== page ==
So I guess my question is what are the easiest ways to lose efficiency while doing a decoction?

In any case, the boil went well and the color is good. Pitch went well also, fermentation started pretty quick for me. The aroma, oh the aroma was amazing. Gonna be difficult to wait until October for this brew.

EDIT: I did some BeerCalculus and since I still has about 6gal post boil, the numbers jive. Oh well, I'll enjoy 6 gallons of 4% oktoberfest just as much as 5 gallons of 5%! lol
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Old 04-17-2011, 02:53 PM   #55
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The geek: That usually ends up being my problem, just a little to much wort.

Well, it is a few months late, but I am brewing this recipe for the third year in a row. This year, we are going to try the step mash instead of the decoction mash. Will post back with the exact schedule, and I will let everyone in the fall know how it tastes.
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Old 08-13-2011, 01:41 PM   #56
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Brewed this "Decemberfest" a few weeks ago and right now it's sitting in the primary having a diacetyl rest at 58 degrees. This was the first decoction for me so I'm interested in finding out how the flavor will be affected.
With my other lagers I generally do not gas the keg during secondary/laggering phase. I read another brewer's post recently that indicated the keg should be force car bed for this part of the final fermentation.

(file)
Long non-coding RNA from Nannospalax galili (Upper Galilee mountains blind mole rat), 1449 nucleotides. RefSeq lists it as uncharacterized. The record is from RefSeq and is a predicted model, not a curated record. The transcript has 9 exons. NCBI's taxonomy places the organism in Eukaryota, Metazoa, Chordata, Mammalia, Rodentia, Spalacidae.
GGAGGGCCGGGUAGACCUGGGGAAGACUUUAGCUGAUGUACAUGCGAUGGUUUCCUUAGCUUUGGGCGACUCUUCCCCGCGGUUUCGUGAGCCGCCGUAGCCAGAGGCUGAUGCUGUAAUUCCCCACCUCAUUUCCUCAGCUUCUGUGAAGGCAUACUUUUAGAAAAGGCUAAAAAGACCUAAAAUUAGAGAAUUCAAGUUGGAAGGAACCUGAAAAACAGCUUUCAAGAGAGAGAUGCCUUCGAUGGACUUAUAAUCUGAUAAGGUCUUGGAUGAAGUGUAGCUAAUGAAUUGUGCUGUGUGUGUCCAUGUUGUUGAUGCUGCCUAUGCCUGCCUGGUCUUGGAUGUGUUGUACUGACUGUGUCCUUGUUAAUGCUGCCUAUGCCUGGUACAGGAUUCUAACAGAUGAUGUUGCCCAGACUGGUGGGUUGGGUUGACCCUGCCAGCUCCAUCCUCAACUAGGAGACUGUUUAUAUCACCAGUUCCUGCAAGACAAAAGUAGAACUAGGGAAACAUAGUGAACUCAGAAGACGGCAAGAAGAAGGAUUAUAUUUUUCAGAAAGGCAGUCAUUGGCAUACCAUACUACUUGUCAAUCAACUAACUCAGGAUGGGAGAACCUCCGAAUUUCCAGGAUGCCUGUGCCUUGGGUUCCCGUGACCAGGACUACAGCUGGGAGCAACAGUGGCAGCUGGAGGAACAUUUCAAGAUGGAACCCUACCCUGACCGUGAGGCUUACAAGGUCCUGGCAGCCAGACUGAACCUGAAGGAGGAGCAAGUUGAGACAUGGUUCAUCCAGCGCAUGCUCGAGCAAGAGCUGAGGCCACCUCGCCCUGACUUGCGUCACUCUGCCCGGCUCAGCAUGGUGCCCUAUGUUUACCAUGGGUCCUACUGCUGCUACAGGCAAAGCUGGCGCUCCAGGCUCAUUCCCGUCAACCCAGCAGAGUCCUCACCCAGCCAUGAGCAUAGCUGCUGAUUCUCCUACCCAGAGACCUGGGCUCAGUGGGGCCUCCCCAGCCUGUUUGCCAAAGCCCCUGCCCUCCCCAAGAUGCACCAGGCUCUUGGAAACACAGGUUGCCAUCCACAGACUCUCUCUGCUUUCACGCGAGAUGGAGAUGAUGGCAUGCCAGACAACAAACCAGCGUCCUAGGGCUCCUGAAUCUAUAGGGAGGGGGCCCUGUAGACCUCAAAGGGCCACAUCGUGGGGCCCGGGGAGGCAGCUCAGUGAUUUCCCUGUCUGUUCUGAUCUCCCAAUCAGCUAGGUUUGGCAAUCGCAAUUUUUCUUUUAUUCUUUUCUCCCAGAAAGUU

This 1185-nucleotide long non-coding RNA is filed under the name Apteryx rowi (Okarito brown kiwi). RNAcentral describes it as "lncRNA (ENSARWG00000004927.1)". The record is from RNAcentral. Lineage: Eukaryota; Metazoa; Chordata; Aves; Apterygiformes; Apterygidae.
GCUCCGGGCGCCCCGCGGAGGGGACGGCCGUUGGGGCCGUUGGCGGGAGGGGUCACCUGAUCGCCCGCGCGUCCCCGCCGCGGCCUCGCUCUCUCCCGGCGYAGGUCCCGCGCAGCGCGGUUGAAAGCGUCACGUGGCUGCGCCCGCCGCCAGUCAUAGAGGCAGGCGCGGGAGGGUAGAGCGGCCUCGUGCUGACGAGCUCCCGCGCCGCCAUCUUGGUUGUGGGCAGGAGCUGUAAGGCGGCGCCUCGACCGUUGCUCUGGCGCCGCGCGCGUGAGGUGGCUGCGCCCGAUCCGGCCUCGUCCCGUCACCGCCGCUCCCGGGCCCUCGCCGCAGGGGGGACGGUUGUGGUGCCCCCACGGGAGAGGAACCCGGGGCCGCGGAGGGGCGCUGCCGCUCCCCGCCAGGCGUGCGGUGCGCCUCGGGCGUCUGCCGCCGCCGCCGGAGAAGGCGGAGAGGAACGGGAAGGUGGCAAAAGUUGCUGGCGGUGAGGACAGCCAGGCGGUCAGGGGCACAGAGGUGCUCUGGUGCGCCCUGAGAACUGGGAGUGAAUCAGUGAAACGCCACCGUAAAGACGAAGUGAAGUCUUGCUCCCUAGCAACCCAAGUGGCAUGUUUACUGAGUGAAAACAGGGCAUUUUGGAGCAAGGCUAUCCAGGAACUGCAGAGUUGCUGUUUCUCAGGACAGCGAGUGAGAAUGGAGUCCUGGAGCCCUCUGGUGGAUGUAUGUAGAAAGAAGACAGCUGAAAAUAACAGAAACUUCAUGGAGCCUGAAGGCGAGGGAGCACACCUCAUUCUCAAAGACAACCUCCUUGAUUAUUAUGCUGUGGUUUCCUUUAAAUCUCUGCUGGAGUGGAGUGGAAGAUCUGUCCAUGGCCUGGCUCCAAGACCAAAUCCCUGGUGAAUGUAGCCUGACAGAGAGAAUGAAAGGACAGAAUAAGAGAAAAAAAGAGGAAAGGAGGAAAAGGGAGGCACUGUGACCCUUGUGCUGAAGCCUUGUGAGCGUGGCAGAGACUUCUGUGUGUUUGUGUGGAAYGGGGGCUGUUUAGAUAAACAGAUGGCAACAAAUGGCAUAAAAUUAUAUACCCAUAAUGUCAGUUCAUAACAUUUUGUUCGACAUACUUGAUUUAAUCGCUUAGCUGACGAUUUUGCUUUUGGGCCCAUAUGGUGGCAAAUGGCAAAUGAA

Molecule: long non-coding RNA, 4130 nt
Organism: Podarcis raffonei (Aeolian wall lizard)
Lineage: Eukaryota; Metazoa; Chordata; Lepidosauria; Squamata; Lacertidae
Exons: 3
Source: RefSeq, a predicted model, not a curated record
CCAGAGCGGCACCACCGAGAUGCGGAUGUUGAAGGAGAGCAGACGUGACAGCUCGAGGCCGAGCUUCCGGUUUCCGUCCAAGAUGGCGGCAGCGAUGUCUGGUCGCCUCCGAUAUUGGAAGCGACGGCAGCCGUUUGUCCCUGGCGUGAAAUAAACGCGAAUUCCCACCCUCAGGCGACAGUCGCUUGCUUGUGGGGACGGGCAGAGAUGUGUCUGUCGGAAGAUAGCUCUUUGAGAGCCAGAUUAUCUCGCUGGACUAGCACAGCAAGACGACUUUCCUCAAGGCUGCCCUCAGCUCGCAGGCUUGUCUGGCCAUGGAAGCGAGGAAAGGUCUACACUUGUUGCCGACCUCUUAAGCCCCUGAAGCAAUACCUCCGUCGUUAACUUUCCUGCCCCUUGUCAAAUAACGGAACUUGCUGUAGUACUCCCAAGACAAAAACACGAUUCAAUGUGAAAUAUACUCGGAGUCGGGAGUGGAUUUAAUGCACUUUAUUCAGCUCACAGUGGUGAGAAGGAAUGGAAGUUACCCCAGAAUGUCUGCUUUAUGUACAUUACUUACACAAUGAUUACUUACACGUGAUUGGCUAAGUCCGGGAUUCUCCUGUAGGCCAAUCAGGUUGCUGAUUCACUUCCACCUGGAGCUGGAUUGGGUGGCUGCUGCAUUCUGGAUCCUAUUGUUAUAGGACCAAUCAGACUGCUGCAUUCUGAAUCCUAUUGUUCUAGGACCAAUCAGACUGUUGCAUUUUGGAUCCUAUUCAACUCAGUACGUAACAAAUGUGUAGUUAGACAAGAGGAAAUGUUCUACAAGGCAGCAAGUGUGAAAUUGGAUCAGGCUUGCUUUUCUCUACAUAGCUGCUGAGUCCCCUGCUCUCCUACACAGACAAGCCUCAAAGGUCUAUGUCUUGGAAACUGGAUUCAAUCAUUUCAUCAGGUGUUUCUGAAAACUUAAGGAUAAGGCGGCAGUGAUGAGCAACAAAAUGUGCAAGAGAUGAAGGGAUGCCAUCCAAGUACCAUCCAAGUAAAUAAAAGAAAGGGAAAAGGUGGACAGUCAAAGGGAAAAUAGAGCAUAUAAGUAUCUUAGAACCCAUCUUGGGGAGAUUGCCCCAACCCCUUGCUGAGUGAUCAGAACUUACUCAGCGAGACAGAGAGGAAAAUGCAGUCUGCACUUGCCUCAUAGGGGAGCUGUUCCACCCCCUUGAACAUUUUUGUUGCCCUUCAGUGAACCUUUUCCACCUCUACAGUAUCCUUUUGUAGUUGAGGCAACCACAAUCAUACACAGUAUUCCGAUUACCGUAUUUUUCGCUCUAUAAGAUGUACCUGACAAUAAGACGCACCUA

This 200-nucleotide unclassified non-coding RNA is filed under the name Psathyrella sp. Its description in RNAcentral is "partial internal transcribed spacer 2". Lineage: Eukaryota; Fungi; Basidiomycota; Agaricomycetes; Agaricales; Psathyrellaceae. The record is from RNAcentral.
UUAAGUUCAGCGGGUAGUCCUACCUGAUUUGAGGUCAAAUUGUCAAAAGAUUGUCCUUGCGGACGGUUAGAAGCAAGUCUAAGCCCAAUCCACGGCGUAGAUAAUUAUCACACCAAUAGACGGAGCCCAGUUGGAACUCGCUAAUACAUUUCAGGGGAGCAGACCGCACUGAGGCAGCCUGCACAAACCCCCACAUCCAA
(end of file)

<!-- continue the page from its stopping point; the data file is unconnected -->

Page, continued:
Fact or fiction?

By the way, this brewer recently wona trip to Prague for his pilsner so I'm leaning towards the idea that gas is good here.

Appreciate any responses.

Cheers.
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Old 08-22-2011, 11:58 PM   #57
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Hey all. I've managed to keep this beer out of my gut since March and I am stoked that Its nearly time to drink it. One thing. After the primary for 3 weeks I racked to a secondary and I have left it in the secondary since. Was this a good call? I was leaning toward "don't expose it anymore than necessary" but wasn't sure if sitting on the small amount of yeast layer left in the vessel would affect taste. In either case I'm kegging it tomorrow to give it a month to carb.
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Old 08-23-2011, 12:12 AM   #58
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I think you'll be fine. I left a kolsch in secondary for a while in a keg and when I transferred it to the serving keg for the final leg, it tasted just like it should. You're way ahead of me on your octoberfest. I just transferred out of primary this week. Pretty tasty so far.